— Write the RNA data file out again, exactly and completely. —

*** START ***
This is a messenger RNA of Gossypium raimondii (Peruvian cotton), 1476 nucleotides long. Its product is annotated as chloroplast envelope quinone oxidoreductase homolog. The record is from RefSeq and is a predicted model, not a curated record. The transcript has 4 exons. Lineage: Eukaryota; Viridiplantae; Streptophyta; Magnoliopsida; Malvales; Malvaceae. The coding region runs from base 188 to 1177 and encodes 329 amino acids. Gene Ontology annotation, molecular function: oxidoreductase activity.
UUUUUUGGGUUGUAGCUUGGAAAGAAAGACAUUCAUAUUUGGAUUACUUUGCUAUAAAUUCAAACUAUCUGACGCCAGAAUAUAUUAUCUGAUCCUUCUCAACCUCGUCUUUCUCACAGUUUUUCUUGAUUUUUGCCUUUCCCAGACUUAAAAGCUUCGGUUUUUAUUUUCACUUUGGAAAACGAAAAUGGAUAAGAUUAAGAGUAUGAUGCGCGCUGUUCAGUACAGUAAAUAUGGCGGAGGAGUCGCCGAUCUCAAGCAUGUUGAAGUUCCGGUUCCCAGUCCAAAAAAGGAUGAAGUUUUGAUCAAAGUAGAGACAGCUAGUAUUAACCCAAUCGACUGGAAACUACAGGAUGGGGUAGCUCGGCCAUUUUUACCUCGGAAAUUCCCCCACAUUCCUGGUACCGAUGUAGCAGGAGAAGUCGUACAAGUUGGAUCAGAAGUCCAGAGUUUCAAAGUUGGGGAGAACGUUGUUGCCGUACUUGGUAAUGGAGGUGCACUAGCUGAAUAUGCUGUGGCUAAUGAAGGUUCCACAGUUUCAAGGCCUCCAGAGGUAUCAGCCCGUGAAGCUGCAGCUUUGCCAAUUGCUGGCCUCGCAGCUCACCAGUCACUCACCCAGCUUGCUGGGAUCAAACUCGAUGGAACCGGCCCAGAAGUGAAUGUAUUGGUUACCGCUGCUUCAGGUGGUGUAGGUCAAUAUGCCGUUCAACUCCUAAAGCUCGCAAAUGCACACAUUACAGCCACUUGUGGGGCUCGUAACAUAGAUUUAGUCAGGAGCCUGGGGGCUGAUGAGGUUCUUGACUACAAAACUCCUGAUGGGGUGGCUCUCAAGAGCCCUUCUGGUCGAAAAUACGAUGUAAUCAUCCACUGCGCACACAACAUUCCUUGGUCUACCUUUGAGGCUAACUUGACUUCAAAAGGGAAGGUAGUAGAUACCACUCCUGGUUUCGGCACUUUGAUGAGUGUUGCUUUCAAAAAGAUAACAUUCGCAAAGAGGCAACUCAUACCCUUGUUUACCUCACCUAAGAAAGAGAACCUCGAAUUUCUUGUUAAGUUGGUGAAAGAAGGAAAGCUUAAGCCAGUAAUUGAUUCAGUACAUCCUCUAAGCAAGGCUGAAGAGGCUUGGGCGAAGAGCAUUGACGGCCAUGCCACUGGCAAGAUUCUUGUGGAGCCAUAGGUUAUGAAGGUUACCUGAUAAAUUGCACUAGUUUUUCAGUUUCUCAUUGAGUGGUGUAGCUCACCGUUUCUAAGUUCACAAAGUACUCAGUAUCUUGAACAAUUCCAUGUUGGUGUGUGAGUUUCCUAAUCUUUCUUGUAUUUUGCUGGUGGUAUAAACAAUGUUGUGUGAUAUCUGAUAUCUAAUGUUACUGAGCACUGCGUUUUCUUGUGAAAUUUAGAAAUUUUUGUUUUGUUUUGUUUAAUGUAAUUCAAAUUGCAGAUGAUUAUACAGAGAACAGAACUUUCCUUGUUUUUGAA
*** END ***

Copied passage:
This is a messenger RNA of Gossypium raimondii (Peruvian cotton), 1476 nucleotides long. Its product is annotated as chloroplast envelope quinone oxidoreductase homolog. The record is from RefSeq and is a predicted model, not a curated record. The transcript has 4 exons. Lineage: Eukaryota; Viridiplantae; Streptophyta; Magnoliopsida; Malvales; Malvaceae. The coding region runs from base 188 to 1177 and encodes 329 amino acids. Gene Ontology annotation, molecular function: oxidoreductase activity.
UUUUUUGGGUUGUAGCUUGGAAAGAAAGACAUUCAUAUUUGGAUUACUUUGCUAUAAAUUCAAACUAUCUGACGCCAGAAUAUAUUAUCUGAUCCUUCUCAACCUCGUCUUUCUCACAGUUUUUCUUGAUUUUUGCCUUUCCCAGACUUAAAAGCUUCGGUUUUUAUUUUCACUUUGGAAAACGAAAAUGGAUAAGAUUAAGAGUAUGAUGCGCGCUGUUCAGUACAGUAAAUAUGGCGGAGGAGUCGCCGAUCUCAAGCAUGUUGAAGUUCCGGUUCCCAGUCCAAAAAAGGAUGAAGUUUUGAUCAAAGUAGAGACAGCUAGUAUUAACCCAAUCGACUGGAAACUACAGGAUGGGGUAGCUCGGCCAUUUUUACCUCGGAAAUUCCCCCACAUUCCUGGUACCGAUGUAGCAGGAGAAGUCGUACAAGUUGGAUCAGAAGUCCAGAGUUUCAAAGUUGGGGAGAACGUUGUUGCCGUACUUGGUAAUGGAGGUGCACUAGCUGAAUAUGCUGUGGCUAAUGAAGGUUCCACAGUUUCAAGGCCUCCAGAGGUAUCAGCCCGUGAAGCUGCAGCUUUGCCAAUUGCUGGCCUCGCAGCUCACCAGUCACUCACCCAGCUUGCUGGGAUCAAACUCGAUGGAACCGGCCCAGAAGUGAAUGUAUUGGUUACCGCUGCUUCAGGUGGUGUAGGUCAAUAUGCCGUUCAACUCCUAAAGCUCGCAAAUGCACACAUUACAGCCACUUGUGGGGCUCGUAACAUAGAUUUAGUCAGGAGCCUGGGGGCUGAUGAGGUUCUUGACUACAAAACUCCUGAUGGGGUGGCUCUCAAGAGCCCUUCUGGUCGAAAAUACGAUGUAAUCAUCCACUGCGCACACAACAUUCCUUGGUCUACCUUUGAGGCUAACUUGACUUCAAAAGGGAAGGUAGUAGAUACCACUCCUGGUUUCGGCACUUUGAUGAGUGUUGCUUUCAAAAAGAUAACAUUCGCAAAGAGGCAACUCAUACCCUUGUUUACCUCACCUAAGAAAGAGAACCUCGAAUUUCUUGUUAAGUUGGUGAAAGAAGGAAAGCUUAAGCCAGUAAUUGAUUCAGUACAUCCUCUAAGCAAGGCUGAAGAGGCUUGGGCGAAGAGCAUUGACGGCCAUGCCACUGGCAAGAUUCUUGUGGAGCCAUAGGUUAUGAAGGUUACCUGAUAAAUUGCACUAGUUUUUCAGUUUCUCAUUGAGUGGUGUAGCUCACCGUUUCUAAGUUCACAAAGUACUCAGUAUCUUGAACAAUUCCAUGUUGGUGUGUGAGUUUCCUAAUCUUUCUUGUAUUUUGCUGGUGGUAUAAACAAUGUUGUGUGAUAUCUGAUAUCUAAUGUUACUGAGCACUGCGUUUUCUUGUGAAAUUUAGAAAUUUUUGUUUUGUUUUGUUUAAUGUAAUUCAAAUUGCAGAUGAUUAUACAGAGAACAGAACUUUCCUUGUUUUUGAA